SXSW17: the human and humane approach to tech
Every March, the world’s leading thinkers converge on Austin, Texas to gaze into the crystal ball that is South by Southwest – the world’s leading tech and innovation conference. Along with 70,000 other creative pilgrims, marketers come to Austin to witness insight and inspiration taken into orbit.
Lucky enough to call this my fifth year at SXSW, I have seen the ups and downs of our global love affair with technology. From the honeymoon period of 2013 – when Google Glass came online – it felt like our job was just to get out of tech’s way. Then there was the bad patch – when Ed Snowden’s exposé of the dark arts of the NSA’s bulk data collection caused many to blub into their BBQ over the death of privacy. With recovery over the next few years, 2017 felt like an acceptance of our tech-led lives albeit with an awareness of the totalitarian potential of it. This grey perspective was informed by two things – it was given a ‘Trump Bump’ by the use of ‘fake news’ and micro targeting in the US election, also we perceived a turning tide of awareness regards digital distraction.
Bruce Sterling, a local author, who closes the festival every year really framed it for me when he said: “Privacy and security – there isn’t any. Even the CIA doesn’t have any. Putin might have some.” This sense of being in a ‘post privacy’ world was echoed a lot. That doesn’t mean we are ready yet to advocate tech without a ‘dead man’s handle’, far from it. Speaking further on AI making people redundant, Sterling said it was unlikely people will just stand around. He said “that’s a kind of moral cowardice. Using tech as an excuse to ignore the coming interests of future generations.”
This was for me the frame of SXSW 2017 – we just need to get on with tech, but with a growing consciousness of making our application it more human and from a motivation point of view more humane. So with this in mind, what really stood out at SXSW 2017?
Artificial smartness (AI) – with a heady mix of crowd pleasing headlines such as ‘Robots will take our jobs, lives, wives etc.’ Bruce Sterling’s closing remarks gave a great overview of the festival and suggested what Human Intelligence plus Artificial Intelligence really looks like. Robots will, for sure, make a greater impact on commerce via machine learning and the increasing automation of interfaces through chatbots, Amazon Echo-like tech and robots. Sterling suggested we will indeed see some form of UBI (universal basic income) for those made redundant by tech, but that people won’t just stand around – they will move diagonally into other pursuits. Here are just three of his 11 hypotheses about what people will do – some humane, some less so.
The academy – universities everybody learns. The bones and the brains of this is already there. Human beings work and research in learning communes on tenure.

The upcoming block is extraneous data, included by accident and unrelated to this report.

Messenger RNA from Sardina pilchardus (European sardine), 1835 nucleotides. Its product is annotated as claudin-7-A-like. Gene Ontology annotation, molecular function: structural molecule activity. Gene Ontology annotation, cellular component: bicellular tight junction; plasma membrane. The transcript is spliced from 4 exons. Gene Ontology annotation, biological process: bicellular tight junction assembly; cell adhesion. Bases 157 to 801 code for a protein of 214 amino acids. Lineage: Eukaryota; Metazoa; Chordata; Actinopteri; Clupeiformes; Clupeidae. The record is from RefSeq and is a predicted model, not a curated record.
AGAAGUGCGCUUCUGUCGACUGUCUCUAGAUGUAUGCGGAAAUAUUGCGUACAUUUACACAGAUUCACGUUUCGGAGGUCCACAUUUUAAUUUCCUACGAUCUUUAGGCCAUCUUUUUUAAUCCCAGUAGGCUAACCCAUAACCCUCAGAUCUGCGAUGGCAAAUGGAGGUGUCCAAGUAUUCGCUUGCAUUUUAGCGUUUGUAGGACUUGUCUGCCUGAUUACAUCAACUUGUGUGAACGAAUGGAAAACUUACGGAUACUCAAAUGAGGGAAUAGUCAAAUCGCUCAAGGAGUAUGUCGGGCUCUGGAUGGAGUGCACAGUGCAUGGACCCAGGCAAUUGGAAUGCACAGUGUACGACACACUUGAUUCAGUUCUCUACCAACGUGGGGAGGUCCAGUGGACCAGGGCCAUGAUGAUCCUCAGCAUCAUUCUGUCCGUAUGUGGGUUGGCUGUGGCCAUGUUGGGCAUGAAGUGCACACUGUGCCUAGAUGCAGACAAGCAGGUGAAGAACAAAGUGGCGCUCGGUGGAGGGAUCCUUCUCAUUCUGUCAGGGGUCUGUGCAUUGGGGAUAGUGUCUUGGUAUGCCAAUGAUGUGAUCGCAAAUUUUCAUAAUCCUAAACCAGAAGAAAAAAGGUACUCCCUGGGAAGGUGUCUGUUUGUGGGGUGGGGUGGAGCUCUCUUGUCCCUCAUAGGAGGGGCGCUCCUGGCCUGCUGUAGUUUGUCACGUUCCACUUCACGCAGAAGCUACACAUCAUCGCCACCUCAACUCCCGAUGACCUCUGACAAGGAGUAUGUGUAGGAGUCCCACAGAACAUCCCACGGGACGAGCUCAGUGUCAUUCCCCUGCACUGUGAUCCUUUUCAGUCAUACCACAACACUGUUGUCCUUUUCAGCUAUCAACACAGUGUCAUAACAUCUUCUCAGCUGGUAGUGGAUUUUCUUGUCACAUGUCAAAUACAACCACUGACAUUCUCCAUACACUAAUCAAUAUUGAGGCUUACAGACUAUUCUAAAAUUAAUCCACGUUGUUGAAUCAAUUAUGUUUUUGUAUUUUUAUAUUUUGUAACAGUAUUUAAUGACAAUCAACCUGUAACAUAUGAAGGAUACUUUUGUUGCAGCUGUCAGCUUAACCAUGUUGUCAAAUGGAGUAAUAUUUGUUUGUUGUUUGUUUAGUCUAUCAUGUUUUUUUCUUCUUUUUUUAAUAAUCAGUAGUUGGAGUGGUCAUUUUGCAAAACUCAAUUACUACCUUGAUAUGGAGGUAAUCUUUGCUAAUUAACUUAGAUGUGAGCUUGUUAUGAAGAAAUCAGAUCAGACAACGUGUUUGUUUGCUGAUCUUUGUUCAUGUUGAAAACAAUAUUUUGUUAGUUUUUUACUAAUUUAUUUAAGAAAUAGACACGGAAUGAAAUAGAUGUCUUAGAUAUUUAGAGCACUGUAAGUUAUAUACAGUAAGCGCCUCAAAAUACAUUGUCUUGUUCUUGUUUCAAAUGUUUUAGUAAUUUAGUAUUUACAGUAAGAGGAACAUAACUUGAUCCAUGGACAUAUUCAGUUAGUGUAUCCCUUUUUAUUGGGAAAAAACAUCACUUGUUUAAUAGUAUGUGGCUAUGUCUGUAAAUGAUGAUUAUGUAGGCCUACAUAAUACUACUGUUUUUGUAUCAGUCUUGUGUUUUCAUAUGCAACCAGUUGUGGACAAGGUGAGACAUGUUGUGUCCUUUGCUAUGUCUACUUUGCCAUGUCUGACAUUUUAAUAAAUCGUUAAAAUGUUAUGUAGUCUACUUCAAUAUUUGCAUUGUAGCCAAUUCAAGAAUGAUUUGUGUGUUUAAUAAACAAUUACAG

Take shelter in religion instead – no competition as robots are all atheists. “All jihad all the time.”
Hospitals and spas – all in the business of looking after redundant human flesh.
Blended Realities – virtual reality and augmented reality – with VR and AR experiences spanning marketing, film and education, ‘blended realities’ were a major theme this year. Pokemon Go AR was seen as informing the future of marketing with platforms like Snatch. And at the less humane end of the spectrum, Will Roper, the Director of the US’s Strategic Capabilities at the Pentagon, said as a model, Pokemon could be the future of warfare. (In terms of mass co-ordination of groups who aren’t located together.) Finally, the role of projection in layering digital content on top of physical objects was also evident. There were several ‘escape room’ experiences from HBO, made all the more ‘human’ by blending physical and digital challenges themed brilliantly across Silicon Valley, Veep and Game of Thrones. Tactile plus virtual leads to better encoding in memory as people engage with it as something that happened to them, versus something they saw virtually.
Brain-friendly creative – at HeyHuman, we focus very much on the freshest ways to make neuroscience applicable to marketing by making the complexities of it easy to grasp. An excellent talk that did just this was ‘pre-suasion’. The author of the book of the same name – Robert Cialdini – gave the example of a furniture store that primed people with clouds on their home page – more expensive furniture sales increased significantly. Showing people an image of pennies on the landing page conversely made inexpensive furniture spike. The take-out here is that the most important thing you can do before you get to your message is to think about what people see just before your message
The Humane Use of Tech – with Donald Trump using Twitter to take ‘alternative facts’ to the masses, it was clearer than ever that tech plays a major role in shaping media, entertainment and politics. Yasmin Green, the head of research and development at Jigsaw, a tech incubator inside Google parent company Alphabet, was the bemused interviewer of two purveyors of fake news including Jestin Coler, who attracted half a million shares with three days before the election with a fictitious story about an FBI agent investigating the Clintons being murdered. Green’s keynote was one of many talks bringing the collective responsibility around ‘fake news’ to the fore – especially around programmatic and ‘micro-targeting’ in social media. The negative side of this extends to UK marketing, with the Guardian’s Hamish Nicklin highlighting that programmatic placement could be fuelling fake news.
As published on Tuesday 28th March in the Guardian